Controls

Left/Right - Move Willy left/right

A/B - Make Willy jump

Start - Pause

R - Speed up text scrolling (during title)

L - Slow down text scrolling (during title), swap top and bottom screens (during gameplay)

Screenshots

manicminerll2.png manicminerll3.png

manicminerll4.png manicminerll5.png

Media

Manic Miner the Lost Levels DS Beta (RetroBytesPortal)

Compatibility

The game runs well under emulation, developers recommended:

  • NO$GBA - Offers a good compromise between speed, compatibility, and audio, though you will need the NDS BIOS ROMs.
  • NOZ - Enables bigger display sizes (set GBA Mode in options to Poppy Bright will cure the washed out palette).
  • DeSmuME - Another decent emulator, and which doesn't require the BIOS ROMs. At the time of writing it has a minor display issue, but creating and then loading a save state seems to fix the problem.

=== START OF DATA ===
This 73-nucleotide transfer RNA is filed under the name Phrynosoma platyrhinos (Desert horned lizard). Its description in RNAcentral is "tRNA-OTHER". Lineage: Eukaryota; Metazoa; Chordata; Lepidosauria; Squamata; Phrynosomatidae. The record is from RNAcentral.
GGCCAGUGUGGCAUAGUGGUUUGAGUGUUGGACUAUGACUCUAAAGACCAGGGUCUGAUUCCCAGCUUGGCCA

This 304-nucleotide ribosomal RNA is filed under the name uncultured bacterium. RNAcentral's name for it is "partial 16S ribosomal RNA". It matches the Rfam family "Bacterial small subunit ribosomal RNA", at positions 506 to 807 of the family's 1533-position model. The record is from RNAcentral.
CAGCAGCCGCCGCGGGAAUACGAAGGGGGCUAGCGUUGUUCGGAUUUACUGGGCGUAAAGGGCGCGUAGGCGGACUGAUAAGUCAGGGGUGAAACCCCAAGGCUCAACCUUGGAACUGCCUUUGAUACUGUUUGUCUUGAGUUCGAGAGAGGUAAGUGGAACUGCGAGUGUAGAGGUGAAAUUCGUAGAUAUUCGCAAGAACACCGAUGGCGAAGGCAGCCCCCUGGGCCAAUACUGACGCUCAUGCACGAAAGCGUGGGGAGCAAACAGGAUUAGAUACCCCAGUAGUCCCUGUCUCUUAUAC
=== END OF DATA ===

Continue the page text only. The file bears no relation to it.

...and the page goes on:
• iDeaS - Also run the game under emulation without requiring the ROMs, though audio will be compromised.

Note: The emulators will not automatically save your progress, due to unavoidable technical issues with DS emulation. However all three offer Save States which will do the same job, just create a save state from the File menu whenever you're about to quit your play session.

Changelog

v1.06

  • Fix to Save bug.

v1.05

  • Tune added, Score modification for WillyWood, Small tweaks.

v1.04

  • Fix to minor title screen corruption when all modes are unlocked.

v1.03

  • Fix to crumbler behaviour, small fixes to "I Had A Hunch" and "Metropolis Bingo", music moved to external file system.

v1.02

  • Fix to seal display, graphic changed in Game Over sequence.

v1.01

  • Minor bug fix, 'seal' display added to title.

v1.00

  • First release - 27 October 2009.

Credits

Miner Willy Softography:

  • 1983 - Manic Miner (ZX Spectrum)
  • 1984 - Jet Set Willy (ZX Spectrum)
  • 1984 - The Perils Of Willy (VIC-20)
  • 1985 - Jet Set Willy 2 (ZX Spectrum)
  • Miner Willy was created by Matthew Smith, to whom we send love.

DS version:

Thanks to:

  • Wintermute for devkitARM, Chishm for libfat, Martin Koth for DSTek & No$GBA, Eris & Noda for EFS/NitroFS. Also thanks go to LiraNuna, Blasty, Cearn, Dovoto, Joat, Dekutree, Elhobbs, Ruben, SimonB, DarkCloud and everyone on gbadev.org.

External links